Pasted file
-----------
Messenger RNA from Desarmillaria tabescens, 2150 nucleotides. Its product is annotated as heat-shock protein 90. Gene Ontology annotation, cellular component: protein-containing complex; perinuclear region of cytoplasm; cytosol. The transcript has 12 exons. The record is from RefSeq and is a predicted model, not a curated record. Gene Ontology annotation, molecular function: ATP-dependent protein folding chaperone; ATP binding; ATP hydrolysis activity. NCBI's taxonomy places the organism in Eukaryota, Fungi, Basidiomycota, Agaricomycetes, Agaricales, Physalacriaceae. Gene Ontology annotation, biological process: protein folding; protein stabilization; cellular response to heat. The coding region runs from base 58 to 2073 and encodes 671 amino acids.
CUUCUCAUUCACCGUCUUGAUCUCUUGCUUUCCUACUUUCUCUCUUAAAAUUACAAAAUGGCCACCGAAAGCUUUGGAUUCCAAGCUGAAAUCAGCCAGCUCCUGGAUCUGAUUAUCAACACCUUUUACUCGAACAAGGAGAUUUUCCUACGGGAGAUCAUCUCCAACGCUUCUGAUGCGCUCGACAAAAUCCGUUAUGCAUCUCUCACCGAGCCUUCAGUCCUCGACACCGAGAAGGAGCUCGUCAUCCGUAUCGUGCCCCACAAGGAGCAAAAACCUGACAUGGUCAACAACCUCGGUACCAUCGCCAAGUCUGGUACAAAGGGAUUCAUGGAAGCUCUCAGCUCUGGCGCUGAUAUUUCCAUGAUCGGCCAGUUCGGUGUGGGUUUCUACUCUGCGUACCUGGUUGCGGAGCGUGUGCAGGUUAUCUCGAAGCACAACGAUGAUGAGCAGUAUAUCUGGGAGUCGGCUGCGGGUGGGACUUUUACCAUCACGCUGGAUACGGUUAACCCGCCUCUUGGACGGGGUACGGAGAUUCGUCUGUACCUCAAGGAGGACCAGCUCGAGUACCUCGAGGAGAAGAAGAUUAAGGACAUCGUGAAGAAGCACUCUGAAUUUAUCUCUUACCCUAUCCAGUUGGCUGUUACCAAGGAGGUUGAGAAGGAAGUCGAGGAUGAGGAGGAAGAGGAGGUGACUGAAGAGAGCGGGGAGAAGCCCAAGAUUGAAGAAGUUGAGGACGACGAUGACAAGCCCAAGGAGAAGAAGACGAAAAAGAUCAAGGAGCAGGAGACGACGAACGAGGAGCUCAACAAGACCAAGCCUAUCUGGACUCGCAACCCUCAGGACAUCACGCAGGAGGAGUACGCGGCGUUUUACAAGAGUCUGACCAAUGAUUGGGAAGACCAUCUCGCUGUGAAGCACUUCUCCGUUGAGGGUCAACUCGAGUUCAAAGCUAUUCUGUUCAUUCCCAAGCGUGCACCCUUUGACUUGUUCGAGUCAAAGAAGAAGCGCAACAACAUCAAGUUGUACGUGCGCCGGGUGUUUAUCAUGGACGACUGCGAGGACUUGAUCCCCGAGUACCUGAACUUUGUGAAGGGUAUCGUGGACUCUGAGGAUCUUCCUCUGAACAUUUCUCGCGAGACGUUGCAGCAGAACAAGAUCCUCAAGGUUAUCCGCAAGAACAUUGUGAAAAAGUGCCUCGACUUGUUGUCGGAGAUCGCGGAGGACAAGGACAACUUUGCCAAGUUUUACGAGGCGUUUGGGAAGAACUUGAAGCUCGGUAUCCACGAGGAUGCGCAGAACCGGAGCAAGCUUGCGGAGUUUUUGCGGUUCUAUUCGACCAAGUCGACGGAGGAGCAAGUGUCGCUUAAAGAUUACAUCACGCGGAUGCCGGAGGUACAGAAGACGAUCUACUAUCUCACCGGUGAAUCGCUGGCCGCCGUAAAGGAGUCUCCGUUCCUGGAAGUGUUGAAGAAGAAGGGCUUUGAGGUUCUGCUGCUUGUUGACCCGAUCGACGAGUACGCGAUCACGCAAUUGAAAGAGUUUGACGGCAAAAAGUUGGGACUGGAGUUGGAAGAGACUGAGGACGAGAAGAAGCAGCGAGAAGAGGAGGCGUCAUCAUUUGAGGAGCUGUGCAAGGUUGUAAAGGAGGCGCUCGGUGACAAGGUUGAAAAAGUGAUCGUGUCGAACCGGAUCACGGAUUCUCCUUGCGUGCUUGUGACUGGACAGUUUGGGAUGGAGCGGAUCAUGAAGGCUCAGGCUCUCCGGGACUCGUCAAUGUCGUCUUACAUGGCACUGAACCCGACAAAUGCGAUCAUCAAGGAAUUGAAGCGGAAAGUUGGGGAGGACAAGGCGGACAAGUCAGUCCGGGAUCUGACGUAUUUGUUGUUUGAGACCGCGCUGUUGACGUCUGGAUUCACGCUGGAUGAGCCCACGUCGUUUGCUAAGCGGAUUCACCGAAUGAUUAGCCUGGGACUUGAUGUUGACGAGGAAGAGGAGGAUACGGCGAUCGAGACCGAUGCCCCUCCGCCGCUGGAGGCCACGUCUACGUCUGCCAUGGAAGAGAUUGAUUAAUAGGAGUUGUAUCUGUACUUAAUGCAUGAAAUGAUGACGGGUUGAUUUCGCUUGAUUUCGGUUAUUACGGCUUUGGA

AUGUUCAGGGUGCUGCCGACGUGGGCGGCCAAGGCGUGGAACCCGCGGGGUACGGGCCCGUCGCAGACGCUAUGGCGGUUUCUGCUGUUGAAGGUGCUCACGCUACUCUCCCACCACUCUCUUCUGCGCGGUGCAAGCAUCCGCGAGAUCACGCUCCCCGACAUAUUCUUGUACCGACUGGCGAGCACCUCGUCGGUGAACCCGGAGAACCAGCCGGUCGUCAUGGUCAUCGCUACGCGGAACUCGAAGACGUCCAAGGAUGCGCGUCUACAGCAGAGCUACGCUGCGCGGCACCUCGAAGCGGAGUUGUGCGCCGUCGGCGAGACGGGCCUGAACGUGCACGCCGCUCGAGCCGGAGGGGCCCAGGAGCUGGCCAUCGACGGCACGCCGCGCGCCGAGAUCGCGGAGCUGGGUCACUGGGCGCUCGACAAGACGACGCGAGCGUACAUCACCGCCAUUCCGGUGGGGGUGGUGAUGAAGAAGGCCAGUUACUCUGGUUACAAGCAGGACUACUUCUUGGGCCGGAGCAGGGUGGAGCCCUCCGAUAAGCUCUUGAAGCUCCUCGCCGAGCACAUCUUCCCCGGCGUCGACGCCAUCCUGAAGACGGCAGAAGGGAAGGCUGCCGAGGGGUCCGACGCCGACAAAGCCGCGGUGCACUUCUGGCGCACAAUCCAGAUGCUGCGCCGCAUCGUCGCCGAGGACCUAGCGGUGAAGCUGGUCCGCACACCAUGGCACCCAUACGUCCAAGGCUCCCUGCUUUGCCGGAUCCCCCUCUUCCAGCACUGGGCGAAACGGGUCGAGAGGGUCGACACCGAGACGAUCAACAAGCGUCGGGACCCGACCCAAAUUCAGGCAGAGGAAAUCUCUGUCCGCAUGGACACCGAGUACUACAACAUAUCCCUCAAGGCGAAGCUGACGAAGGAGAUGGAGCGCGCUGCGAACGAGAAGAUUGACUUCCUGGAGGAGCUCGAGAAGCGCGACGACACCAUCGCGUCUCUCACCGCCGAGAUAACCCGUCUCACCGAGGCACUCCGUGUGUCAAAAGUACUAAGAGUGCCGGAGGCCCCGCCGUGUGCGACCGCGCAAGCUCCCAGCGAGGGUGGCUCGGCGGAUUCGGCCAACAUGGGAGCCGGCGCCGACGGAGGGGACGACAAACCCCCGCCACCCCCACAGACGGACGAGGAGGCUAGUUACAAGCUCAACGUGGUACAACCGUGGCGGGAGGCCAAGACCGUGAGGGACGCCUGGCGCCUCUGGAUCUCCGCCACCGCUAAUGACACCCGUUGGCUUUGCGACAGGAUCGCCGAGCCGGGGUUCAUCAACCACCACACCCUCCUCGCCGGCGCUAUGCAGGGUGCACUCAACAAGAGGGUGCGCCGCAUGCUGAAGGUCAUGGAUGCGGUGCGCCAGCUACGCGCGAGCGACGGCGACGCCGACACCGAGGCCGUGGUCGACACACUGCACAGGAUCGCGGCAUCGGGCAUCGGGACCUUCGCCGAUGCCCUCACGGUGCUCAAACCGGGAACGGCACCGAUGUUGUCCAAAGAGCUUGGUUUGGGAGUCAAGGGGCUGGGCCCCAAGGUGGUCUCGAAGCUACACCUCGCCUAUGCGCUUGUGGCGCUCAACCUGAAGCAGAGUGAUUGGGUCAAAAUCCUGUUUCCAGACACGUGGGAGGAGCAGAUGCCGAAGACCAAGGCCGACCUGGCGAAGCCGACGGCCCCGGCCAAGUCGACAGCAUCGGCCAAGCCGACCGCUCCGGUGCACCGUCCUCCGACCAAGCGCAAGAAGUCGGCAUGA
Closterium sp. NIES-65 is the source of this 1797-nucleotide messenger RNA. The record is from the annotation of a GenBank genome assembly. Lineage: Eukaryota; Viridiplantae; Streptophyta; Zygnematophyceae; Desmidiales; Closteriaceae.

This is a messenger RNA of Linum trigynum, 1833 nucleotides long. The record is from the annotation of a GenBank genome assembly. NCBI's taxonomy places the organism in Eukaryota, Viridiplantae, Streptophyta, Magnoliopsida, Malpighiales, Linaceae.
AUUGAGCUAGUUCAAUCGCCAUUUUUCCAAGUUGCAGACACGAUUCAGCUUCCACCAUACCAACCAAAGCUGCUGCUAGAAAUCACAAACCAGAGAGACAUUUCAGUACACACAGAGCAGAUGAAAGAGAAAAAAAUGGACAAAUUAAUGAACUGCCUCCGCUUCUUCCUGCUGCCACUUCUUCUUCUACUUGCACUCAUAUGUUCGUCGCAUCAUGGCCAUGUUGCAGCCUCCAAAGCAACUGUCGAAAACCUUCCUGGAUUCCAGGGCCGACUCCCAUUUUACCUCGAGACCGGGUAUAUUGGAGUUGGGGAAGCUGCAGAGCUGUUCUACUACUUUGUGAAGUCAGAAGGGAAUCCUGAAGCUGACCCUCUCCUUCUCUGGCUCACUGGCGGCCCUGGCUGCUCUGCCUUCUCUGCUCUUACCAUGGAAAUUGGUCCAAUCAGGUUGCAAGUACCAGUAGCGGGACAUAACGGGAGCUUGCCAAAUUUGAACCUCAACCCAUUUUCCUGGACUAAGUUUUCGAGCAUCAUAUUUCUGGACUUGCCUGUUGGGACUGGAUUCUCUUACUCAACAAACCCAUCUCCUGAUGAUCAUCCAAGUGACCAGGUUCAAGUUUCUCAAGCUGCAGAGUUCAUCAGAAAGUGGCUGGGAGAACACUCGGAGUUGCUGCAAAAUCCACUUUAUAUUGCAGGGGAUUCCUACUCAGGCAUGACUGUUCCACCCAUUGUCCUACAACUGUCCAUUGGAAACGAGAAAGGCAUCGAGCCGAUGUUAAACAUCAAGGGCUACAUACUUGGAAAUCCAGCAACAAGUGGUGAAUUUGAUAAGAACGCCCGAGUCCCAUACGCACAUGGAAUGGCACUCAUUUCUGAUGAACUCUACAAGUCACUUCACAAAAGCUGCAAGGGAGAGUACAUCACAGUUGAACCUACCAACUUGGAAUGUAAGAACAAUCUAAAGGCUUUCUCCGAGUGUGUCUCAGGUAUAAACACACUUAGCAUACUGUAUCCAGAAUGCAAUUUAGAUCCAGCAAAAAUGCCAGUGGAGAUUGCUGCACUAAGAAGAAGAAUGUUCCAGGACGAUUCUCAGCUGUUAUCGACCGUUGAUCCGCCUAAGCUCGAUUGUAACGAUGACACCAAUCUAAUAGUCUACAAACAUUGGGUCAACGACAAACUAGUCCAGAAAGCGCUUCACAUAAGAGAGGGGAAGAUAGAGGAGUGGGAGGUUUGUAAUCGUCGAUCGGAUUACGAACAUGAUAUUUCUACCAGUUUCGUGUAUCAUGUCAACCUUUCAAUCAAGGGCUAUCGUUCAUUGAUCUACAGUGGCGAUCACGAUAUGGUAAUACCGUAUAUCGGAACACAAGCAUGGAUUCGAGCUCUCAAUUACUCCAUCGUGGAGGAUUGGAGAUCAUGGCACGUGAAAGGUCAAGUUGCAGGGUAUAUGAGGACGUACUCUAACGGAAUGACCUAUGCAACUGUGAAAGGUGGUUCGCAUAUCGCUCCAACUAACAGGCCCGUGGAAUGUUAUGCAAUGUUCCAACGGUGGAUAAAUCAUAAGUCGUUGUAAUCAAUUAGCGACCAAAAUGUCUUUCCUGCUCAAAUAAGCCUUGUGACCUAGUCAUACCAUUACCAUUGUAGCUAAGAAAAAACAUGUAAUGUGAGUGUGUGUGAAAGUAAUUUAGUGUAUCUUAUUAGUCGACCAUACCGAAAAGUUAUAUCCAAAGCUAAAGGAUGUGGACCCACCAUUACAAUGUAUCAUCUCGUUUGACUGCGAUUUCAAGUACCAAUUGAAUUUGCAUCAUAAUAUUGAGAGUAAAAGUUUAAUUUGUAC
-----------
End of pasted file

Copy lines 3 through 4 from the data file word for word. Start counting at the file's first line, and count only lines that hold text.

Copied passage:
AUGUUCAGGGUGCUGCCGACGUGGGCGGCCAAGGCGUGGAACCCGCGGGGUACGGGCCCGUCGCAGACGCUAUGGCGGUUUCUGCUGUUGAAGGUGCUCACGCUACUCUCCCACCACUCUCUUCUGCGCGGUGCAAGCAUCCGCGAGAUCACGCUCCCCGACAUAUUCUUGUACCGACUGGCGAGCACCUCGUCGGUGAACCCGGAGAACCAGCCGGUCGUCAUGGUCAUCGCUACGCGGAACUCGAAGACGUCCAAGGAUGCGCGUCUACAGCAGAGCUACGCUGCGCGGCACCUCGAAGCGGAGUUGUGCGCCGUCGGCGAGACGGGCCUGAACGUGCACGCCGCUCGAGCCGGAGGGGCCCAGGAGCUGGCCAUCGACGGCACGCCGCGCGCCGAGAUCGCGGAGCUGGGUCACUGGGCGCUCGACAAGACGACGCGAGCGUACAUCACCGCCAUUCCGGUGGGGGUGGUGAUGAAGAAGGCCAGUUACUCUGGUUACAAGCAGGACUACUUCUUGGGCCGGAGCAGGGUGGAGCCCUCCGAUAAGCUCUUGAAGCUCCUCGCCGAGCACAUCUUCCCCGGCGUCGACGCCAUCCUGAAGACGGCAGAAGGGAAGGCUGCCGAGGGGUCCGACGCCGACAAAGCCGCGGUGCACUUCUGGCGCACAAUCCAGAUGCUGCGCCGCAUCGUCGCCGAGGACCUAGCGGUGAAGCUGGUCCGCACACCAUGGCACCCAUACGUCCAAGGCUCCCUGCUUUGCCGGAUCCCCCUCUUCCAGCACUGGGCGAAACGGGUCGAGAGGGUCGACACCGAGACGAUCAACAAGCGUCGGGACCCGACCCAAAUUCAGGCAGAGGAAAUCUCUGUCCGCAUGGACACCGAGUACUACAACAUAUCCCUCAAGGCGAAGCUGACGAAGGAGAUGGAGCGCGCUGCGAACGAGAAGAUUGACUUCCUGGAGGAGCUCGAGAAGCGCGACGACACCAUCGCGUCUCUCACCGCCGAGAUAACCCGUCUCACCGAGGCACUCCGUGUGUCAAAAGUACUAAGAGUGCCGGAGGCCCCGCCGUGUGCGACCGCGCAAGCUCCCAGCGAGGGUGGCUCGGCGGAUUCGGCCAACAUGGGAGCCGGCGCCGACGGAGGGGACGACAAACCCCCGCCACCCCCACAGACGGACGAGGAGGCUAGUUACAAGCUCAACGUGGUACAACCGUGGCGGGAGGCCAAGACCGUGAGGGACGCCUGGCGCCUCUGGAUCUCCGCCACCGCUAAUGACACCCGUUGGCUUUGCGACAGGAUCGCCGAGCCGGGGUUCAUCAACCACCACACCCUCCUCGCCGGCGCUAUGCAGGGUGCACUCAACAAGAGGGUGCGCCGCAUGCUGAAGGUCAUGGAUGCGGUGCGCCAGCUACGCGCGAGCGACGGCGACGCCGACACCGAGGCCGUGGUCGACACACUGCACAGGAUCGCGGCAUCGGGCAUCGGGACCUUCGCCGAUGCCCUCACGGUGCUCAAACCGGGAACGGCACCGAUGUUGUCCAAAGAGCUUGGUUUGGGAGUCAAGGGGCUGGGCCCCAAGGUGGUCUCGAAGCUACACCUCGCCUAUGCGCUUGUGGCGCUCAACCUGAAGCAGAGUGAUUGGGUCAAAAUCCUGUUUCCAGACACGUGGGAGGAGCAGAUGCCGAAGACCAAGGCCGACCUGGCGAAGCCGACGGCCCCGGCCAAGUCGACAGCAUCGGCCAAGCCGACCGCUCCGGUGCACCGUCCUCCGACCAAGCGCAAGAAGUCGGCAUGA
Closterium sp. NIES-65 is the source of this 1797-nucleotide messenger RNA. The record is from the annotation of a GenBank genome assembly. Lineage: Eukaryota; Viridiplantae; Streptophyta; Zygnematophyceae; Desmidiales; Closteriaceae.